Ten RV Lessons Learned the Hard Way

Australian Max Anderson, traveling courtesy of Flight Centre and Apollo Motorhomes, gets his kicks on an all-American motorhome tour with his family from Los Angeles to Las Vegas via San Francisco.

Said to be one of the most complex highway interchanges in the world, the Orange Crush (as it’s known to locals) is where the I-5 meets the CA-22 and CA-57 just south of Disneyland and Anaheim’s Angel Stadium. There are 66 lanes of travel over 13 bridges. (Source: Google maps)

“American horror has many faces,” Anderson writes in the Sydney Morning Herald.

“The Exorcist. The Thing. The Kardashians. None, however, is as terrifying as the Orange Crush. It looms overhead, howling, waving its arms, drawing us into its spinning vortex. Thirty-four roads and ramps—the world’s largest intersection—all bisecting and splicing overhead, on stilts.”

Continuing to describe the Orange Crush, Anderson says, “I’m gaping through the windscreen but I’m driving through the looking glass: right is left, left is right, and my vehicle is the size of the Queen Mary. My father’s sagest advice for life was ‘if in doubt, slow down and stop’—but there is no stopping on an exit ramp of a 12-lane freeway in Los Angeles when it wants to feed you into another 12-lane freeway.”

Anderson concludes the article with his ten motorhome lessons learnt the hard way.

1. If you’re new to driving in the US, start somewhere where the traffic’s sane, such as San Francisco; by the time you reach Los Angeles you’ll be ready for it.

Los Angeles freeways and skyline. (Source: goodfoodpreservation.com)

2. If you have to drive in LA, stick to the freeway truck lanes. And remember, there’s no such thing as “Sunday traffic”; it’s the same as Monday traffic.

3. Be smart — take at least 24 hours to recover from your flight before taking the wheel.

4. Be smarter still — take another 20 minutes to figure out your satnav. It’s a terrific resource but it plots the quickest route, not necessarily the easiest. (That’s how we ended up under the Orange Crush.)

5. Insurance is your friend; don’t skimp on it. We collected a stone to the windshield: no charge.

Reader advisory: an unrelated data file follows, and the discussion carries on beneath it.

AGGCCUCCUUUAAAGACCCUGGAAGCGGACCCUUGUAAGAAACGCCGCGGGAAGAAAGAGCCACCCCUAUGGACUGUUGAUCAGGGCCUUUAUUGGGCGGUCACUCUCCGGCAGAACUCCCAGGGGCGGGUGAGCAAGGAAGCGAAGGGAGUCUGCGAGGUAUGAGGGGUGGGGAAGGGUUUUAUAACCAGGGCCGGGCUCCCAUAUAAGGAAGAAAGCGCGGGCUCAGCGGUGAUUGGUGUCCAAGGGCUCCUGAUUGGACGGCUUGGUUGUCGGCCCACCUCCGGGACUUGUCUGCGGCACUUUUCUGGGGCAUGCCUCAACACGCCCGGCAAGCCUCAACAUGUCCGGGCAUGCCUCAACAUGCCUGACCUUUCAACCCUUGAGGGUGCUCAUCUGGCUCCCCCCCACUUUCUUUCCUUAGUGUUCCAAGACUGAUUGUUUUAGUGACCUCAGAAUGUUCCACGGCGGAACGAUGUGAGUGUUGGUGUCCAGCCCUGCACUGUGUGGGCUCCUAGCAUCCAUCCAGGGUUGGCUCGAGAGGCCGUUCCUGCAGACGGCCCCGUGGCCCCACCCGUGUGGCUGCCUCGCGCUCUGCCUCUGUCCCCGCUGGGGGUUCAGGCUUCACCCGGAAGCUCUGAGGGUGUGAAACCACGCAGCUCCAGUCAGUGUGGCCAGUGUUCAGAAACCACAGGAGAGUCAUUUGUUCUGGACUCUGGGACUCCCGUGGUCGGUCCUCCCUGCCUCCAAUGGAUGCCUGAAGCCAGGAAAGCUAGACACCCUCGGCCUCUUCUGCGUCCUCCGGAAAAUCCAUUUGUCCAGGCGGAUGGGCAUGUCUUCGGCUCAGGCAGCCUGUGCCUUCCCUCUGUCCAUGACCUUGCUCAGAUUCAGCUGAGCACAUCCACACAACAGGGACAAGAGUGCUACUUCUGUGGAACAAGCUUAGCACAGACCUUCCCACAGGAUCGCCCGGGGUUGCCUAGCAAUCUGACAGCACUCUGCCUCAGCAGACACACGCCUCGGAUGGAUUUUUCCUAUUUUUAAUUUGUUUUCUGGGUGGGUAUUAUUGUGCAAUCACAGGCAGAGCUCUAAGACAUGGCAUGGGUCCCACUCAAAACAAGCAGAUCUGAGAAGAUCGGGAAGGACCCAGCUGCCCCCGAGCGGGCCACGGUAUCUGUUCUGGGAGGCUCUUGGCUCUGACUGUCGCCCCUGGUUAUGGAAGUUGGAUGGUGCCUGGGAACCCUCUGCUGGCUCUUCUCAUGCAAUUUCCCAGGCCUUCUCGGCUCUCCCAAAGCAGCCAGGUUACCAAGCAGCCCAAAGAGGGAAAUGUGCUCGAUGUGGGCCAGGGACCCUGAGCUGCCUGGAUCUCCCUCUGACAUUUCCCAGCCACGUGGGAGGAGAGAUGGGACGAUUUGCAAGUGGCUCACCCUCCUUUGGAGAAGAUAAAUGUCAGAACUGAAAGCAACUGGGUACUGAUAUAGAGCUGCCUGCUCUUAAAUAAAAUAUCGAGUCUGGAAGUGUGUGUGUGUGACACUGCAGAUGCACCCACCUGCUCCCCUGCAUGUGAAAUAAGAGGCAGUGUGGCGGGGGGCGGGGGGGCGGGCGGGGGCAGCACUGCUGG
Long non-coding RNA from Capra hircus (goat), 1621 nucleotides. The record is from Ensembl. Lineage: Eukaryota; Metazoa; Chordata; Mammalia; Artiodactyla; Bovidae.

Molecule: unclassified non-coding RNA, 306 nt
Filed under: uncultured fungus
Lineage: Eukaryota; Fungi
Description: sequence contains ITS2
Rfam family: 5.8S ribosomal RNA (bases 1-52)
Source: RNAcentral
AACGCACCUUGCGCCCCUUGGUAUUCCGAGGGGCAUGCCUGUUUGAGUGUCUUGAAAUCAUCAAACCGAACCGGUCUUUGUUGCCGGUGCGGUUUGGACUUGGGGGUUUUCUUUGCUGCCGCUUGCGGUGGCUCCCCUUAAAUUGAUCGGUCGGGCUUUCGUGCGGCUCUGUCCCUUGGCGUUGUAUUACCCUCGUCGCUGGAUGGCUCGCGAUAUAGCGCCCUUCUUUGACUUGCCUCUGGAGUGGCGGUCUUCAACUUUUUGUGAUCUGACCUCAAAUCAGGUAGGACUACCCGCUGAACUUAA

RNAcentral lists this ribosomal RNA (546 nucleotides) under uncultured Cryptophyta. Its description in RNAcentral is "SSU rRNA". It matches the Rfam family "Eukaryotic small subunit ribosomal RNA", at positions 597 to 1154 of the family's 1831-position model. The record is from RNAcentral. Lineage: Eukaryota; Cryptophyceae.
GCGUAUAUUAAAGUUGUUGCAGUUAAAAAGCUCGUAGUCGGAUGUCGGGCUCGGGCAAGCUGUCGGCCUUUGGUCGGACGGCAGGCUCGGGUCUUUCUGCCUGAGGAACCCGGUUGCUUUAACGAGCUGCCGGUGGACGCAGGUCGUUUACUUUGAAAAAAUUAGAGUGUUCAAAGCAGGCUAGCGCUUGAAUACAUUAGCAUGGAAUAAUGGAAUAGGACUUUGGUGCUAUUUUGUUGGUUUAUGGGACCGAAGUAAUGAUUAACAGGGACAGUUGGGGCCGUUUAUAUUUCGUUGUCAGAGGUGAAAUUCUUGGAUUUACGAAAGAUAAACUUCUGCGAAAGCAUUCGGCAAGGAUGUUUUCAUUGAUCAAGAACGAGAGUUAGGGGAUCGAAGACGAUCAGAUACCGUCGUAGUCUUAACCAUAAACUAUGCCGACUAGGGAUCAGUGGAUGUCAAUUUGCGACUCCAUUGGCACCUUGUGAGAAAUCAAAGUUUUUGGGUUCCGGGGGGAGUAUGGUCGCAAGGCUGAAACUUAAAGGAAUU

6. Beware, your vehicle roof is not insured. Low-hanging branches will cause damage without you knowing it. I kissed goodbye to $US500 ($477) for a tree-scored awning.

7. Plan and book as much as possible before arrival in the US. Popular RV parks such as Yosemite fill up.

8. Allocate driving days and non-driving days. Despite good intentions (“Oh, we’ll drive in the morning and see the sights in the afternoon”), they don’t mix. Pull up, make yourself at home and enjoy more.

9. Less driving means more holiday. Australians have a better appreciation of distance than Europeans, but I guarantee you’ll still underestimate the time it takes to get anywhere.

10. The Lonely Planet Guide to California ($38.99) is a glove box necessity.

LA is a great big freeway, a shameless one. The energy is steroidal, the self-love is bonkers. It’s a perfect introduction to California.

Fast Facts

Getting there

Qantas has a return fare to Los Angeles from Sydney (from $2017) and from Melbourne (from $1984).

Driving There

Motorhome rental varies by vehicle availability, the season (June to September is peak in the U.S.) and the point of collection and drop-off.

Our six-berth Wanderer vehicle was arranged by Brisbane-based Apollo Motorhomes; a nine-day hire in May would cost $US1500 ($1429) including satnav, mileage, insurance, pick-up in LA, and drop-off in Las Vegas.

It pays to explore the online booking system; being flexible can get costs down. (If you’re flexible, you can take a new vehicle that needs to be relocated for as little as $10 a day; see apollorv.com/factory-special.) Phone 1800 777 779, see apollocamper.com. Also see driveaway.com.au.

Worth Pondering…

Travel is not about getting from point A to point B. At best that’s tourism—at worst transportation—across a more or less sterile landscape. Real travel is about soaking up the local flavor, getting a sense of other people’s lives, and their history.
—Anon

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